Aloe reduced the blood sugar levels in diabetics, as reported in Hormone Research. Five patients with adult (non-insulin-dependent) diabetes were given 1/2 teaspoon of aloe extract daily for up to 14 weeks. Blood sugar levels were reduced in all patients by an average of 45%, with no change in their total weight.

Reduces Arthritic Swelling

Aloe can help prevent arthritis and reduce the inflammation in joints already affected by arthritis, according to the Journal of the American Podiatric Medical Association. Aloe can also inhibit the autoimmune reaction associated with certain forms of arthritis, in which the body attacks its own tissues.

Animals were injected with a bacterium to cause arthritic symptoms, namely inflammation and swelling. To determine if it could prevent arthritis, aloe (150mg/kg body weight) was injected under the skin daily for 13 days. Physical measurements were taken daily to determine the amount of swelling and inflammation.

Several compounds from aloe showed antiarthritic activity, according to the researchers. One organic acid in aloe reduced inflammation by 79.7% and suppressed the autoimmune response by 42.4%. Another aloe compound (anthraquinone) reduced inflammation by 67.3% but had no effect on the autoimmune response.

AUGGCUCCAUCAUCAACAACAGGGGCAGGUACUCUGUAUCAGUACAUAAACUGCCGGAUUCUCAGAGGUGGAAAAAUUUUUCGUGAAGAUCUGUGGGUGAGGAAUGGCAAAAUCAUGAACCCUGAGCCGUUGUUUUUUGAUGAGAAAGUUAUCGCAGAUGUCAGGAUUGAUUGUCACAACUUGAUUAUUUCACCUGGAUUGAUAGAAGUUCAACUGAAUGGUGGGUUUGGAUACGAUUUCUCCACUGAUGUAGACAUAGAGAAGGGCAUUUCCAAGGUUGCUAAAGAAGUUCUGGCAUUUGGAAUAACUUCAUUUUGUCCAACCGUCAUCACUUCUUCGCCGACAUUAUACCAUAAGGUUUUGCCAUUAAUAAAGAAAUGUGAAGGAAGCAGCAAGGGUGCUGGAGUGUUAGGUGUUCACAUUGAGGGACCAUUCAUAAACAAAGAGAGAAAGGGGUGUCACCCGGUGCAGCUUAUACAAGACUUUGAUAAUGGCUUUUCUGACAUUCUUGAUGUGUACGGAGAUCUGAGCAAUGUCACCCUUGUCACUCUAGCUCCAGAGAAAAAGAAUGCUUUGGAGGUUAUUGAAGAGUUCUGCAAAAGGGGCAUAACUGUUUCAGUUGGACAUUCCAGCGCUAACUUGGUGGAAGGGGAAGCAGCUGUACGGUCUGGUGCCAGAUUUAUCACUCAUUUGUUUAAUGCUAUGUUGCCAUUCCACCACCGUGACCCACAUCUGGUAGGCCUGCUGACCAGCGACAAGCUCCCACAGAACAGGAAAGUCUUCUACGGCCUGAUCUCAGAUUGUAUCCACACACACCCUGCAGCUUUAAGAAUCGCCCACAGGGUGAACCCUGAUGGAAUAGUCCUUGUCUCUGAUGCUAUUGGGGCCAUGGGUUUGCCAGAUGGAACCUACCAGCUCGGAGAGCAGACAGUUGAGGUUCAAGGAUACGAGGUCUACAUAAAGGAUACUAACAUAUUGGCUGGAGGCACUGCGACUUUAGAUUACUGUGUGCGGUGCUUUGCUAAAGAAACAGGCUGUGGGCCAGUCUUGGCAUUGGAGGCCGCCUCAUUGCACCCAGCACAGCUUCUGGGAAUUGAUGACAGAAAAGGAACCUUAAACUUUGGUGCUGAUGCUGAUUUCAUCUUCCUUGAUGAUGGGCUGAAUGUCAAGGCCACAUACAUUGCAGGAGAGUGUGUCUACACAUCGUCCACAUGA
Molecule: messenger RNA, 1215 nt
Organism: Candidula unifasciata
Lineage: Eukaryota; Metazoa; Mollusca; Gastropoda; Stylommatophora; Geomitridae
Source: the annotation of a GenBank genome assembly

Stimulates Immune Response Against Cancer

Aloe may help prolong survival time and stimulate the immune system of cancer patients, according to recent research.

In a 1994 study in the Japanese medical journal Yakhak Hoeji, mice with cancerous tumors were given aloe orally for 14 days. While the aloe did not suppress tumor growth, the average life span of the mice was prolonged by 22% for those given 50mg aloe/kg body weight and by 32% for those given 100mg/kg daily. A simultaneous experiment on human cancer cells (in vitro) found that high doses of aloe significantly suppressed the growth of these cancer cells.

Researchers writing in Cancer Immunology and Immunotherapy found that a compound (lectin) from aloe, when injected directly into tumors, activated the immune system to attack the cancer. Killer T cells, white blood cells that bind to invading cells and destroy them, began to attack the tumor cells injected with lectin.

Aloe turns on the immune system by activating macrophages (white blood cells which "swallow" antigens), causing the release of immune-activating (and anticancer) substances such as interferons, interleukines, and tumor necrosis factor. In addition, aloe promotes the growth of normal (non-cancerous) cells, researchers said.

Benefits Lung Cancer

Aloe's protective effect was confirmed in a study of 673 lung cancer patients in Okinawa, Japan, published in the Japanese Journal of Cancer Research. This survey looked at the connection between smoking, comparative amounts of 17 plant foods in the diet, and the occurrence of lung cancer over a five-year period.